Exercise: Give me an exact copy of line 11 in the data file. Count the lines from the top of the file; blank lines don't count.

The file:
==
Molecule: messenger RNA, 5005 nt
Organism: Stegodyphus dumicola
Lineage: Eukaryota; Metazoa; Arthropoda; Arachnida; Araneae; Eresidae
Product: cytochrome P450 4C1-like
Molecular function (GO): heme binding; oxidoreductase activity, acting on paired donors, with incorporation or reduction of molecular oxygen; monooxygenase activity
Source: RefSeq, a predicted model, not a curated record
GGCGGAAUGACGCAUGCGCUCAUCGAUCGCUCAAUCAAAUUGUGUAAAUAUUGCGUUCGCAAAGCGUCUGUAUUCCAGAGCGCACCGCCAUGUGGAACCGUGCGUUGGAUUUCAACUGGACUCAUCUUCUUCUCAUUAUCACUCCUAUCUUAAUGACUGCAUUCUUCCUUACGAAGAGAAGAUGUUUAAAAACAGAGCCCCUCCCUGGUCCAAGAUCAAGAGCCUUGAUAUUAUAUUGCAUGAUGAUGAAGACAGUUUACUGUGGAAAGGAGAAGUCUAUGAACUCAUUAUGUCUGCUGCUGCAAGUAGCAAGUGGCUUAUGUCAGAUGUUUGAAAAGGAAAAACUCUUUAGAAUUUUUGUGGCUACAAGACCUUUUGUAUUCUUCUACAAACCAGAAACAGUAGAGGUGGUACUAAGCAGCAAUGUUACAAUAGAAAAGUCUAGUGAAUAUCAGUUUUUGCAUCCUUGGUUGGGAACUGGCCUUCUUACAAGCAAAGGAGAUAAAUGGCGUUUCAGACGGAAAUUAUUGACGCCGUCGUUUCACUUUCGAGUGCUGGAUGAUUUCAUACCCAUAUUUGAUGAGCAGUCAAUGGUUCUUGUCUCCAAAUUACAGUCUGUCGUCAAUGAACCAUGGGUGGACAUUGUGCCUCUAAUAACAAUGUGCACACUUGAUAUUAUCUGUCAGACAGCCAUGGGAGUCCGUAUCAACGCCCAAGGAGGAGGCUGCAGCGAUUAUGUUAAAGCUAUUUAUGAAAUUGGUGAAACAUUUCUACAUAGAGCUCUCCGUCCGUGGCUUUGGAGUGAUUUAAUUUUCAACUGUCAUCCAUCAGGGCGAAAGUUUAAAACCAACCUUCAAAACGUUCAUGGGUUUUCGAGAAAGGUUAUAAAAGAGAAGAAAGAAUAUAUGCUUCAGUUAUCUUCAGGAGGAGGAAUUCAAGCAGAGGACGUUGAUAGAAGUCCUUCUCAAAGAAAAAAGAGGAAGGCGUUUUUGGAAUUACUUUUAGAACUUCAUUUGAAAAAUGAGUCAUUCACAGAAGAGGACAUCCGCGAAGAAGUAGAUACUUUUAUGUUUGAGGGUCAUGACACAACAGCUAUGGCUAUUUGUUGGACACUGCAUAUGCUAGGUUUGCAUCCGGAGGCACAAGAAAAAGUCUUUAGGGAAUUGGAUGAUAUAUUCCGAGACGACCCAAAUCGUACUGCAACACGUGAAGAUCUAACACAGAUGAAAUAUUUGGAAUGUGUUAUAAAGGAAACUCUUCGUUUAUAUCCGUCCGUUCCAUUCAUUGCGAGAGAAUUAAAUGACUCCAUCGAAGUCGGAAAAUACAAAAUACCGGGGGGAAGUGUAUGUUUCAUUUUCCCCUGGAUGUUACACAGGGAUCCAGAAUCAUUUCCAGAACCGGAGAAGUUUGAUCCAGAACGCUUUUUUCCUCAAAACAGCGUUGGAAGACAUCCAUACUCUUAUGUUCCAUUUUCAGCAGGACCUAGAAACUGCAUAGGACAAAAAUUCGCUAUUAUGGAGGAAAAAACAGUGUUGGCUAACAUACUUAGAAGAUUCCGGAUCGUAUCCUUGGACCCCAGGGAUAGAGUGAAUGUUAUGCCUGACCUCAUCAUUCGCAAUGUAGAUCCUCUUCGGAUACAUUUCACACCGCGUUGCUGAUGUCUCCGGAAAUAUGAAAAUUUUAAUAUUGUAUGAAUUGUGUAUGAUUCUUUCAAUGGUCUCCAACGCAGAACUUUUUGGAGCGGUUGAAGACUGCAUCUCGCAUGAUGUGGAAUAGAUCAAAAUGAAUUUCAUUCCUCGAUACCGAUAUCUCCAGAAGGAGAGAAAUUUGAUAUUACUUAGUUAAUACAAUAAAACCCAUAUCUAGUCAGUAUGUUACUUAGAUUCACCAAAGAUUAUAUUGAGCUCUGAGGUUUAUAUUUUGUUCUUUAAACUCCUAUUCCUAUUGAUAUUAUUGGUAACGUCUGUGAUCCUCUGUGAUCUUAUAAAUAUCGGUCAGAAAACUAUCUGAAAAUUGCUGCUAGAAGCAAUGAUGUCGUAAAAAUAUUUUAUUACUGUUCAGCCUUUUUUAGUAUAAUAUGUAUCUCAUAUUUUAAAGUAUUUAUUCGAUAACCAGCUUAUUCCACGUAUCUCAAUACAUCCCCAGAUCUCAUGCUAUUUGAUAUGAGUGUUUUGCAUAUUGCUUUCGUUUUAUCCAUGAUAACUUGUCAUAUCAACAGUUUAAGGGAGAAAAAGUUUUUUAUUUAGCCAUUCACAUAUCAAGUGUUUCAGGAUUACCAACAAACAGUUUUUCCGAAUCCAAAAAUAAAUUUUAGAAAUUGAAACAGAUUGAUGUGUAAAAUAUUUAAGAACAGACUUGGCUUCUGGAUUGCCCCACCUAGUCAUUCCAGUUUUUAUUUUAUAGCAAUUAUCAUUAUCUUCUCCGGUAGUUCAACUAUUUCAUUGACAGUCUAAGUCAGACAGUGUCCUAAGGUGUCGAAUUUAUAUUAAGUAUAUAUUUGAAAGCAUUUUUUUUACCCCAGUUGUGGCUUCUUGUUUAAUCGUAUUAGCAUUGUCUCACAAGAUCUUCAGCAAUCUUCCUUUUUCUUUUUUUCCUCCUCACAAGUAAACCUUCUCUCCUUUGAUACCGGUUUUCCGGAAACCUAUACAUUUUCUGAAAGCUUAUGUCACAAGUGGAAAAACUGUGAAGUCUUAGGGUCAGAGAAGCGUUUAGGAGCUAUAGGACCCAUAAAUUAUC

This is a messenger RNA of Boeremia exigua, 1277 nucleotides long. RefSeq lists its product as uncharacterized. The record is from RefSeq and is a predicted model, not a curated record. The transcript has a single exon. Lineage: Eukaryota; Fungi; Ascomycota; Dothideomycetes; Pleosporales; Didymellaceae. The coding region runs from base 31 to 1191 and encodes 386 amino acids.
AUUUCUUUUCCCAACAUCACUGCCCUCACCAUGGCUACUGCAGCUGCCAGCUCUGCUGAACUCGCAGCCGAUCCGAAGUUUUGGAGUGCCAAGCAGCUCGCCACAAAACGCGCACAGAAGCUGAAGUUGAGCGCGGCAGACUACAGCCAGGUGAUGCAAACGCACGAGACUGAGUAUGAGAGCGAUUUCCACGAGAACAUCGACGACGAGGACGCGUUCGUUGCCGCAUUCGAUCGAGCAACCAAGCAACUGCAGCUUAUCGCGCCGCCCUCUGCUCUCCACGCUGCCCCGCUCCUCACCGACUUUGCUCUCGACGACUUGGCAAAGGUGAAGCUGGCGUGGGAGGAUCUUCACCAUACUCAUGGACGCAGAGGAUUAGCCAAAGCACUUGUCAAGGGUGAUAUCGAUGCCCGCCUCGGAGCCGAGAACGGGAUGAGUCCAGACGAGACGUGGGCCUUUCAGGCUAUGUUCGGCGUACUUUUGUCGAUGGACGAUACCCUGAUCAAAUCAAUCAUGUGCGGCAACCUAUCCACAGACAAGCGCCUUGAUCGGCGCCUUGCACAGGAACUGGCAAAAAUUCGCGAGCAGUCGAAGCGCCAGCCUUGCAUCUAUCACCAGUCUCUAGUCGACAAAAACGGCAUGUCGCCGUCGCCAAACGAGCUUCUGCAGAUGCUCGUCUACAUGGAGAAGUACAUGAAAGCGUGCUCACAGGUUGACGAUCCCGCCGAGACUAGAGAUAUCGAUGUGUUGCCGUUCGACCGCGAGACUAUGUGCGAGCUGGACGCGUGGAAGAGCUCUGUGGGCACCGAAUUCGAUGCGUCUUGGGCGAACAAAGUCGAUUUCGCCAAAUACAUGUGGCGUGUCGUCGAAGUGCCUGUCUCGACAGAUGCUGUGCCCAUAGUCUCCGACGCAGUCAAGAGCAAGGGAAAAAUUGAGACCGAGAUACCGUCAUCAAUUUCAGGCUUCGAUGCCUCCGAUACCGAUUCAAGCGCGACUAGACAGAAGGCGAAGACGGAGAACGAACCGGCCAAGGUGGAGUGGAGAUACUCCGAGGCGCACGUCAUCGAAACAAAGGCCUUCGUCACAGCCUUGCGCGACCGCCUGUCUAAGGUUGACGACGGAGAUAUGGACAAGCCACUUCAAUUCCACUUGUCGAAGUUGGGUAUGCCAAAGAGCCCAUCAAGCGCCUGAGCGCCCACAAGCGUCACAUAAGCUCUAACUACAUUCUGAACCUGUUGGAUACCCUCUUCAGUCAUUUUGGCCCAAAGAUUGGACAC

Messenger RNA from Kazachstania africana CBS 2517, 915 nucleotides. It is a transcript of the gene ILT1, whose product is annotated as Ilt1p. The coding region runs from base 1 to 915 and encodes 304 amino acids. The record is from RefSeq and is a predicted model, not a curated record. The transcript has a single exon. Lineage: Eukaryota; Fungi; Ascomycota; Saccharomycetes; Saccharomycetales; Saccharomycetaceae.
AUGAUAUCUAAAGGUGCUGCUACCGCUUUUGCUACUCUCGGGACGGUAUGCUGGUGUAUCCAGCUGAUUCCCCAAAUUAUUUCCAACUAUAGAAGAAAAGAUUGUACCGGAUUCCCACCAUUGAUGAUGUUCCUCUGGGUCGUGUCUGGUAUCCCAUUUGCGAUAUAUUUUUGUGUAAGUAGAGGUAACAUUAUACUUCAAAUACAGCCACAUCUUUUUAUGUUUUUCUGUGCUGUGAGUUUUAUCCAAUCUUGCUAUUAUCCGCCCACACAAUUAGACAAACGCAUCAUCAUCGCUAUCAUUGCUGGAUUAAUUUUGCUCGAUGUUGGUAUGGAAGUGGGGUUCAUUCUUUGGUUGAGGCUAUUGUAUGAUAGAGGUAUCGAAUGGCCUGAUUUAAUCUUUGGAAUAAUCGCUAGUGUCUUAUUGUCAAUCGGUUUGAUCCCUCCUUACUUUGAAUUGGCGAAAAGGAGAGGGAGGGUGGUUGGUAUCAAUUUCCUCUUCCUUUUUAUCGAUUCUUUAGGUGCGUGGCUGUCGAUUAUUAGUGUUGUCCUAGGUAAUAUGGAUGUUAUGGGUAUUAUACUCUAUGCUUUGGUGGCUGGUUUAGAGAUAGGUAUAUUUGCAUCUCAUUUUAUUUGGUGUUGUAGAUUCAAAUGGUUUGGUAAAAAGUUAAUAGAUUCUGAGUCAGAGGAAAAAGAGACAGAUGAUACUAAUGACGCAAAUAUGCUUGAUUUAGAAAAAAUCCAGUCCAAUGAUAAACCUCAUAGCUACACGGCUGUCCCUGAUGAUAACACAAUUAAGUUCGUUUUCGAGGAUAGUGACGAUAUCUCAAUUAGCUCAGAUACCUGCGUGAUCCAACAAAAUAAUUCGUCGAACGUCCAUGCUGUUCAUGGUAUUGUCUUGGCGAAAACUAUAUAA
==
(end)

AUGAUAUCUAAAGGUGCUGCUACCGCUUUUGCUACUCUCGGGACGGUAUGCUGGUGUAUCCAGCUGAUUCCCCAAAUUAUUUCCAACUAUAGAAGAAAAGAUUGUACCGGAUUCCCACCAUUGAUGAUGUUCCUCUGGGUCGUGUCUGGUAUCCCAUUUGCGAUAUAUUUUUGUGUAAGUAGAGGUAACAUUAUACUUCAAAUACAGCCACAUCUUUUUAUGUUUUUCUGUGCUGUGAGUUUUAUCCAAUCUUGCUAUUAUCCGCCCACACAAUUAGACAAACGCAUCAUCAUCGCUAUCAUUGCUGGAUUAAUUUUGCUCGAUGUUGGUAUGGAAGUGGGGUUCAUUCUUUGGUUGAGGCUAUUGUAUGAUAGAGGUAUCGAAUGGCCUGAUUUAAUCUUUGGAAUAAUCGCUAGUGUCUUAUUGUCAAUCGGUUUGAUCCCUCCUUACUUUGAAUUGGCGAAAAGGAGAGGGAGGGUGGUUGGUAUCAAUUUCCUCUUCCUUUUUAUCGAUUCUUUAGGUGCGUGGCUGUCGAUUAUUAGUGUUGUCCUAGGUAAUAUGGAUGUUAUGGGUAUUAUACUCUAUGCUUUGGUGGCUGGUUUAGAGAUAGGUAUAUUUGCAUCUCAUUUUAUUUGGUGUUGUAGAUUCAAAUGGUUUGGUAAAAAGUUAAUAGAUUCUGAGUCAGAGGAAAAAGAGACAGAUGAUACUAAUGACGCAAAUAUGCUUGAUUUAGAAAAAAUCCAGUCCAAUGAUAAACCUCAUAGCUACACGGCUGUCCCUGAUGAUAACACAAUUAAGUUCGUUUUCGAGGAUAGUGACGAUAUCUCAAUUAGCUCAGAUACCUGCGUGAUCCAACAAAAUAAUUCGUCGAACGUCCAUGCUGUUCAUGGUAUUGUCUUGGCGAAAACUAUAUAA